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Overpass project in Concord Township is already underway

CONCORD TOWNSHIP- Ind.- Delayed and stalled trains in Concord Township aren’t just causing headaches for drivers anymore. Now, they’re posing a threat to first responders.

There have been talks about an overpass coming to the area. In fact, County Commissioner Mike Yoder says the process is already underway.

According to him, last year they hired an engineering firm to give them some options.

“Once we get that report and the commissioners decide on a design then we’ll move forward with acquiring financing,” says Yoder.

The overpass in Concord Township was part of a ten year highway plan, back when Yoder was first elected, 14 years ago.

“The recession hit and we had to peel back projects and this was one of the first ones to go, unfortunately.”

ABC57 then asked why this project was on the lower side of priorities. “It was simply a lot of money that we didn’t have,” Yoder responded.

Yoder now says he feels more comfortable on where they stand, financially.

“The state has just offered some additional moneys for overpasses and grade separation, so we’re going to attempt to apply for those moneys.”

Not having an overpass creates travel safety issues, but not only that. “They had to wait for the train to cross the track and assist,” says Concord Fire Chief Richard Rochford.

Chief Rochford says the fire department starts off their 911 calls thinking about their route.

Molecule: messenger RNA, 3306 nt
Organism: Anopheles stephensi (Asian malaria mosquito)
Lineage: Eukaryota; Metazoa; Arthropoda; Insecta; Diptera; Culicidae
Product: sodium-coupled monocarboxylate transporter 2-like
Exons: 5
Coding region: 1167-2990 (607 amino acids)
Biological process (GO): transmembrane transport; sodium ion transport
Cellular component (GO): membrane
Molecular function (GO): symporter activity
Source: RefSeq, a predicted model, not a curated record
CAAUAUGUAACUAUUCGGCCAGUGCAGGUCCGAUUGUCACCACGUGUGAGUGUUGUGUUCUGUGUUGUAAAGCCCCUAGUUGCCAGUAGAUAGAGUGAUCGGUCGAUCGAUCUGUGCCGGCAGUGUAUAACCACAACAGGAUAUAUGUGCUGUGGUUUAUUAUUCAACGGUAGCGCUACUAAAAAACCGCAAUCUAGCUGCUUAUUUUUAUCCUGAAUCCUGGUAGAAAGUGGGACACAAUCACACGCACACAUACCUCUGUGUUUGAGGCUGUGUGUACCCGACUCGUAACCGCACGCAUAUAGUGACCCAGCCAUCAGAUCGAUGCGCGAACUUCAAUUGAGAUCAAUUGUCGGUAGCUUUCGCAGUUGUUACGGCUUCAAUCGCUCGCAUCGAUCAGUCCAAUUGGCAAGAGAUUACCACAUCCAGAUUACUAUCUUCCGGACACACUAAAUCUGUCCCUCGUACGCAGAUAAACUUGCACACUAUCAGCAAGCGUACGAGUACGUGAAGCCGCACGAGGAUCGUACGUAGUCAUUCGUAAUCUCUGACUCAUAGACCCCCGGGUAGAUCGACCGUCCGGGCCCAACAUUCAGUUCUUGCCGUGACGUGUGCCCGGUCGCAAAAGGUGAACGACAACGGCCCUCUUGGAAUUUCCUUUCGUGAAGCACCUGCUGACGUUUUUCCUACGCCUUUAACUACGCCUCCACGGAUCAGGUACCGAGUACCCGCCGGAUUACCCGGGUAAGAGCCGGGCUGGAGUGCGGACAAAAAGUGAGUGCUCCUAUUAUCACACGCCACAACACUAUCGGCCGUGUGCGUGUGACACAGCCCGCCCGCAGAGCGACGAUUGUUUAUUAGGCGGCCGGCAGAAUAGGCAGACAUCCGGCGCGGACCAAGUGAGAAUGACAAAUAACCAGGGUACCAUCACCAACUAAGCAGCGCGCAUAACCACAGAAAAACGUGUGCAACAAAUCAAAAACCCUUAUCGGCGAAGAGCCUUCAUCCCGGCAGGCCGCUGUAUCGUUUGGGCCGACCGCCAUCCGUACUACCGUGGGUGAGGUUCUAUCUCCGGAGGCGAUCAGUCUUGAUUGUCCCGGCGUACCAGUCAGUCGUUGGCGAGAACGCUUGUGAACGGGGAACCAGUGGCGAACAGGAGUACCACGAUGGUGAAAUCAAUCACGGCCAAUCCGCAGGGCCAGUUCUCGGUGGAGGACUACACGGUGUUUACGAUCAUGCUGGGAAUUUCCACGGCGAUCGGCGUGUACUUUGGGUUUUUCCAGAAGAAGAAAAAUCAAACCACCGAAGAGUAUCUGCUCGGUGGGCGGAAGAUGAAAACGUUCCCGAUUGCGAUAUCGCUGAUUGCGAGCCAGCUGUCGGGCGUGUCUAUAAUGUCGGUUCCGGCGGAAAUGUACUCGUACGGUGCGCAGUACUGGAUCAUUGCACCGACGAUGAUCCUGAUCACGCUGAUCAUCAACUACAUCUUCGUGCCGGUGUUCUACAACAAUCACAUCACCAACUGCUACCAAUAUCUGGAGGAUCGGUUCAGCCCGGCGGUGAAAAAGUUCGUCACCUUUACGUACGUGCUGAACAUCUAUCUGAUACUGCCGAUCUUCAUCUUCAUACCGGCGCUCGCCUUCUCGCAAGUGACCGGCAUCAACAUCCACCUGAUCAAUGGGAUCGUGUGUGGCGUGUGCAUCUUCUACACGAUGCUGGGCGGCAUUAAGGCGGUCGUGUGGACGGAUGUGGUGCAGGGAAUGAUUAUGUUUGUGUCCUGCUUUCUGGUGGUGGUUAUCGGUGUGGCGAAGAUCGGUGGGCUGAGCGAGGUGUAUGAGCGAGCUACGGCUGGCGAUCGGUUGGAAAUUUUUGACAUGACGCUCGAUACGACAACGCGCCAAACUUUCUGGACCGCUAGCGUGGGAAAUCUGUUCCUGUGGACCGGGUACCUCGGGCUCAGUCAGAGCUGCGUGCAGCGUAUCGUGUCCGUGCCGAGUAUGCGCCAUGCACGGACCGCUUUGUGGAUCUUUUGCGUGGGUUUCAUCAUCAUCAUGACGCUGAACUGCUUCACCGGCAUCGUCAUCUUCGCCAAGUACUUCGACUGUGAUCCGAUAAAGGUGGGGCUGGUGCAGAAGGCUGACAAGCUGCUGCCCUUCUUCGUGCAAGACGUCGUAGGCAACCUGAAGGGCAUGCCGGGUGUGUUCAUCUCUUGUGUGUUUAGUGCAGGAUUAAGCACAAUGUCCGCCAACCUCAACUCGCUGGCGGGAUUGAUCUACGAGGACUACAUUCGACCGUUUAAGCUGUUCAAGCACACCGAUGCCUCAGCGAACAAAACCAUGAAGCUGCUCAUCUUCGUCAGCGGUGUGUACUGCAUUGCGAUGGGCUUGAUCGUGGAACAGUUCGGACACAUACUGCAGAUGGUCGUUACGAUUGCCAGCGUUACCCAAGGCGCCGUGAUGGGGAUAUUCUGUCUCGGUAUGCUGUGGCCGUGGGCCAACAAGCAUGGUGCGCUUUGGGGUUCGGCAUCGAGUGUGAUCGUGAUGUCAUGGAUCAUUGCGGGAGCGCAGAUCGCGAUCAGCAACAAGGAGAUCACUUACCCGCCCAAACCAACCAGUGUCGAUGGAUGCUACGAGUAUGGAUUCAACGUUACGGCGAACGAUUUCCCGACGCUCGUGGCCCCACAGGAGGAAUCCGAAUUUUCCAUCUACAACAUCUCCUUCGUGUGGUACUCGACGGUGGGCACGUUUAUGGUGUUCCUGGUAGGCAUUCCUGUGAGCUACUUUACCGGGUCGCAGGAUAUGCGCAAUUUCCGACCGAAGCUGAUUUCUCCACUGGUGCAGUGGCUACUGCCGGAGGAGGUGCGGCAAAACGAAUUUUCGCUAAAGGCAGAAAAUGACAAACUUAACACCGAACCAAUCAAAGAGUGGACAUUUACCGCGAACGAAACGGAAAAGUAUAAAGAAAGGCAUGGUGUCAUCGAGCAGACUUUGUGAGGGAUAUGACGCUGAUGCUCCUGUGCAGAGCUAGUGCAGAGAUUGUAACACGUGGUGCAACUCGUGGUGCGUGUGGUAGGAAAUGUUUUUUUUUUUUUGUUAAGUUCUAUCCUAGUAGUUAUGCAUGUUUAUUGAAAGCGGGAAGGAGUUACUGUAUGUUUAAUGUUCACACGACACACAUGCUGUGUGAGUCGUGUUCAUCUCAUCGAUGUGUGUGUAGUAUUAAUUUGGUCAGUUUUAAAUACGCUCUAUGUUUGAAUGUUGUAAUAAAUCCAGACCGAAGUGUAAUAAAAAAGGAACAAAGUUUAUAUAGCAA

“It’s a safe assumption that we’re going to be able to cross, but at the last minute those crossing guards come down and for this we have to come up with another pathway,” he says.

It’s really a 50/50 shot, “You can never tell it can be 5 minutes, 10, 15 minutes,” says the chief, but that hasn’t slowed down their response time.

“Whichever way we are going to get there as quickly, safety as we can.”

Lynn Brandley lives just half a mile away from the tracks. He was relieved ABC57 was even doing this story.

“That’s great, people out here wanted it for so long!”

He’s been living here for 30 years and just like the chief his errands start off by thinking of a route.

“I leave 20 mins earlier, because if there’s a train we end up going half way to Goshen,” says Brandley.

Commissioner Yoder says the entire project will take about 3-4 years and will cost $13-15 million.

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